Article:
"Do not let your happiness depend on something you may lose. If love is to be a blessing, not a misery, it must be for the only Beloved who will never pass away” —C.S. Lewis in The Four Loves
People in the modern era are obsessed with being in love. The internet is littered with articles about how you know if you’re in love. Some magazines even have pieces about “scientifically proven signs you’re in love.”
So how do you know if you’re in love with God?
That one’s a little trickier.
During his lifetime, Bernard de Clairvaux wrote and discussed loving God a great deal. He was a vocal defender of the faith against Gnosticism because it cheapened Christ’s sacrifice. Even after he died, Bernard’s writings continued to influence later theologians like Martin Luther and John Calvin.
One of his most famous books cataloged his observations about what he believed to be the four stages of believers’ relationship with their creator.
Stage 1: A Self-Centered Reality
Everyone starts here. If you’ve ever seen a diagram showing Maslow’s hierarchy of needs, this is essentially the bottom third or even half of the pyramid.
These needs all center around ourselves, what we feel we need, what we want. People in this stage have minimal room to even notice other people’s troubles, much less be concerned about them.
Children, especially babies live this way; and most of us have probably run across someone like this who behaves like a high-function infant despite being well into adulthood. We can’t judge, though. All of us have certainly been that person at moments in our lives where we demand things from others without thinking about the potential impact. We become deaf to anyone else’s voice but our own.
Against this flood of self-indulgence, Bernard stated, “A commandment, like a newly-built dike, is then needed: ‘Love your neighbor as yourself’” (Matthew 22:39).
Stage 2: Loving God’s Generosity
Our God is really, really good and generous. Every single Christian comes into a relationship with Christ because of his incredible sacrifice and gift of forgiveness.
That said, it can be easy to get sidetracked into loving the gifts more than the giver.
“If our prayers mainly consist of asking God to give us something or protect us from something or make something happen for us…” Tom Hughes muses in his book Down to Earth, “If this is where our love for God stops, we are in danger of hating God if he does not give us what we want when we want it.”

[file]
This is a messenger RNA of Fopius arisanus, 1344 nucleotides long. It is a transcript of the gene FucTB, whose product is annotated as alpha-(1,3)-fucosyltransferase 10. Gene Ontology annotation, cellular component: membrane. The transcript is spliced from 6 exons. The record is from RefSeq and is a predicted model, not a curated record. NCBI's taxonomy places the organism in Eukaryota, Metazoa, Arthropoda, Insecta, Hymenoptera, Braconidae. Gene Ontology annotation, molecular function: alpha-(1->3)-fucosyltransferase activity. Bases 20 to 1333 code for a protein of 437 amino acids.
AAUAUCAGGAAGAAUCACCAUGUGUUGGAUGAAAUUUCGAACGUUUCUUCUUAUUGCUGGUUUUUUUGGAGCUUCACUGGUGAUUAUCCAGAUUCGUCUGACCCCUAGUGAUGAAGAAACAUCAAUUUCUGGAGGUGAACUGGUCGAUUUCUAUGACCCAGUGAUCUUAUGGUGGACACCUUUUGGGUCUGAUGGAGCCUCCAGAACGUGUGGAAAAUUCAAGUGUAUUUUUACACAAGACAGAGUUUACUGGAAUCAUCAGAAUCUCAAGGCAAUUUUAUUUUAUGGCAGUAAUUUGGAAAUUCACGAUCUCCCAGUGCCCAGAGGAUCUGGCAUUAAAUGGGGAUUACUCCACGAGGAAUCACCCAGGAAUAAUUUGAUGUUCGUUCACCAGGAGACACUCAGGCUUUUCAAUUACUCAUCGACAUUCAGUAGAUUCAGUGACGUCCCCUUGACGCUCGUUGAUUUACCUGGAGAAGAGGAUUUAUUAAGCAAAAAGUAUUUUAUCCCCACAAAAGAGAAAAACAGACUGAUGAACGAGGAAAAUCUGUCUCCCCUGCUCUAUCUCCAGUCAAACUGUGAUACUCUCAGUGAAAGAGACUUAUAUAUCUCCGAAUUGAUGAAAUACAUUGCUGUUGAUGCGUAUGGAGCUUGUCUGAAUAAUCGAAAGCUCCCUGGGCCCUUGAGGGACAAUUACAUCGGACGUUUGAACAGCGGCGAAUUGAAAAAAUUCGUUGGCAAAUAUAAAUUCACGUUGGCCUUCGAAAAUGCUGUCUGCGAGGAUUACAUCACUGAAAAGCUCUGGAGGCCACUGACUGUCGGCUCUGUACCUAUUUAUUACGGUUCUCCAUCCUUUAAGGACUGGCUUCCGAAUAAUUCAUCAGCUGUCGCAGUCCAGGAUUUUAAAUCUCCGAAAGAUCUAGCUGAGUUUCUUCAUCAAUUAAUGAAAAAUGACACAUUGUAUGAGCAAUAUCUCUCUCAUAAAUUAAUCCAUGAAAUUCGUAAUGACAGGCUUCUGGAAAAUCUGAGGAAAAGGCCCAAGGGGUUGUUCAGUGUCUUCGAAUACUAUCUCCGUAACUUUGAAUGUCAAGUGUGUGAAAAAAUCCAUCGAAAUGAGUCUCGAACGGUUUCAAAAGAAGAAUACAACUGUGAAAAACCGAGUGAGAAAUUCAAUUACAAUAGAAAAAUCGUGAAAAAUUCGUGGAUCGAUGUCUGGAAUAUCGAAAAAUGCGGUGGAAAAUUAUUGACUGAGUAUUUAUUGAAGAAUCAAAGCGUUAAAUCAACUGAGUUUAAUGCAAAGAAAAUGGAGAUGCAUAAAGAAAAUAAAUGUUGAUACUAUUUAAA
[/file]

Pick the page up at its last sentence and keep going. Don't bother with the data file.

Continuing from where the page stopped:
Being a believer for a long time doesn’t guarantee that this mentality will change. We can trail along behind God all of our Christian walk while still babbling incessantly about our “needs.”
Stage 3: In Awe of God
When David brought the Ark of the Lord back into Jerusalem, he sang this in celebration:
“O nations of the world, recognize the Lord, recognize that the Lord is glorious and strong. Give to the Lord the glory he deserves! Bring your offering and come into his presence. Worship the Lord in all his holy splendor. Let all the earth tremble before him. The world stands firm and cannot be shaken” (1 Chronicles 16:28-30 NLT).
Sections of this song are dedicated to remembering the promises God has kept for Israel and praising his faithfulness to protect his people, but other portions like the one above are dedicated to simply being in awe of God’s nature.
These are the believers who can’t wait to talk with God, listen for him to speak, or just rejoice in his presence. They are also the believers who can weather terrible circumstances because the uncrackable kernel at their center is faith in God’s character.
When life’s hurricane hits, their awe remains.
David Wilkerson often discussed the real need for mature believers with this mentality. “Our society is desperate to find hope and peace in these troubled days. They long to know the truth of Isaiah 26:3: ‘You will keep him in perfect peace, whose mind is stayed on You.’ And they will look to God’s children for a testimony.”
So what’s left? If you reach stage 3, haven’t you arrived? Close, but not quite.
Stage 4: Loving What God Loves
The fourth stage Bernard de Clairvaux laid out was self-love for God’s sake.
If you just read that and immediately broke out in hives, you’re not alone. Modern culture’s ideas about self-love, however, have far more in common with gross self-indulgence than what Bernard was proposing.
He described it this way: “Blessed are those who can attain the fourth degree of love. Then they will love themselves only in God.
“In God all our affections should center, so that in all things we should seek to do only His will and not to please ourselves. True blessing will come to us then, not in self-gratification, nor in transient pleasure, but in accomplishing God’s will in us.”
In his podcast, Gary Wilkerson describes this kind of self-care by comparing it to one of the frequent instructions flight attendants give parents with small children before a plane takes off.
“All of us in life need to put our own oxygen mask on. That's not selfish. That is a gift you give to the people around you who maybe can't do that themselves. When I think about world dying, my caring for myself, my soul-care—that the Bible requires and calls me and blesses me to be able to do—does not diminish my ability to be a servant, to love, to give, to be generous.
“It actually fuels me. It's not selfish. It's actually more generous because now that person has something to give.”
We ought to care for ourselves in order to be better able to follow God’s instructions and minister to others. When even our self-care is informed by an intent, outward focus on our Lord, then we are living in true love.